An oxidation model for carbon surfaces is developed to predict ablation rates for carbon heat shields used in hypersonic vehicles. Unlike existing empirical models, the approach used here was to probe gas-surface interactions individually and then based on an understanding of the relevant fundamental processes, build a predictive model that would be accurate over a wide range of pressures and temperatures, and even microstructures. Initially, molecular dynamics was used to understand the oxidation processes on the surface. The molecular dynamics simulations were compared to molecular beam experiments and good qualitative agreement was observed. The simulations reproduced cylindrical pitting observed in the experiments where oxidation was rapid and primarily occurred around a defect. However, the studies were limited to small systems at low temperatures and could simulate time scales only of the order of nanoseconds. Molecular beam experiments at high surface temperature indicated that a majority of surface reaction products were produced through thermal mechanisms. Since the reactions were thermal, they occurred over long time scales which were computationally prohibitive for molecular dynamics to simulate. The experiments provided detailed dynamical data on the scattering of O, O2, CO, and CO2 and it was found that the data from molecular beam experiments could be used directly to build a model. The data was initially used to deduce surface reaction probabilities at 800 K. The reaction probabilities were then incorporated into the direct simulation Monte Carlo (DSMC) method. Simulations were performed where the microstructure was resolved and dissociated oxygen convected and diffused towards it. For a gas-surface temperature of 800 K, it was found that despite CO being the dominant surface reaction product, a gas-phase reaction forms significant CO2 within the microstructure region. It was also found that surface area did not play any role in concentration of reaction products because the reaction probabilities were in the diffusion dominant regime. The molecular beam data at different surface temperatures was then used to build a finite rate model. Each reaction mechanism and all rate parameters of the new model were determined individually based on the molecular beam data. Despite the experiments being performed at near vacuum conditions, the finite rate model developed using the data could be used at pressures and temperatures relevant to hypersonic conditions. The new model was implemented in a computational fluid dynamics (CFD) solver and flow over a hypersonic vehicle was simulated. The new model predicted similar overall mass loss rates compared to existing models, however, the individual species production rates were completely different. The most notable difference was that the new model (based on molecular beam data) predicts CO as the oxidation reaction product with virtually no CO2 production, whereas existing models predict the exact opposite trend. CO being the dominant oxidation product is consistent with recent high enthalpy wind tunnel experiments. The discovery that measurements taken in molecular beam facilities are able to determine individual reaction mechanisms, including dependence on surface coverage, opens up an entirely new way of constructing ablation models.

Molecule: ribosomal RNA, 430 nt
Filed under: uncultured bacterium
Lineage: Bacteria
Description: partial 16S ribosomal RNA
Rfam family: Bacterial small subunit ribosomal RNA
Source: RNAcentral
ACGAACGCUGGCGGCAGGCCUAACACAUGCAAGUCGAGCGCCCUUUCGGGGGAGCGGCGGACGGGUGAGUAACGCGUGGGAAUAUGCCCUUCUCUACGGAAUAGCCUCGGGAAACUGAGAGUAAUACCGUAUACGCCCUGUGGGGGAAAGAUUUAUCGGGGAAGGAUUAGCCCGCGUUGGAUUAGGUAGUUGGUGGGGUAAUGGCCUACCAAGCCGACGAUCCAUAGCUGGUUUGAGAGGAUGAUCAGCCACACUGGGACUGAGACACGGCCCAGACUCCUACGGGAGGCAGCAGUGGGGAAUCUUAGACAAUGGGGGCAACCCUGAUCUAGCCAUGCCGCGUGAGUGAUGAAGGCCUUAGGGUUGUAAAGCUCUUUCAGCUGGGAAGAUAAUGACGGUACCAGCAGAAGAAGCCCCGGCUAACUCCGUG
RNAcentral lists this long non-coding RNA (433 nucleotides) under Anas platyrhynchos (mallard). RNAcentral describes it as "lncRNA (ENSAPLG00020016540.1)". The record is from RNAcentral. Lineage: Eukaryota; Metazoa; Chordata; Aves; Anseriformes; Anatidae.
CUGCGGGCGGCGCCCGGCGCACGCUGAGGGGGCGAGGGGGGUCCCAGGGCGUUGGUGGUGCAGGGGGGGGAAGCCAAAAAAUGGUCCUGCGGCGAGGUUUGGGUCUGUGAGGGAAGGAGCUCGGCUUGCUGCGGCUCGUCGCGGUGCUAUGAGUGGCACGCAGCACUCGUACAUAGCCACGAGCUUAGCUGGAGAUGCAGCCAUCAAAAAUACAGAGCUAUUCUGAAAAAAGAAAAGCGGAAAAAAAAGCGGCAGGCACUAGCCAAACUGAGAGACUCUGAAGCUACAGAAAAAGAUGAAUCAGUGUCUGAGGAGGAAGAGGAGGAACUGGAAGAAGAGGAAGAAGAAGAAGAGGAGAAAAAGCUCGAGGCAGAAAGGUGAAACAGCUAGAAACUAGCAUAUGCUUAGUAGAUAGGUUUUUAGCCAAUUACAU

University of Minnesota Ph.D. dissertation. July 2016. Major: Aerospace Engineering and Mechanics. Advisor: Thomas Schwartzentruber. 1 computer file (PDF); xiii, 124 pages.
Predictive Finite Rate Model for Oxygen-Carbon Interactions at High Temperature.
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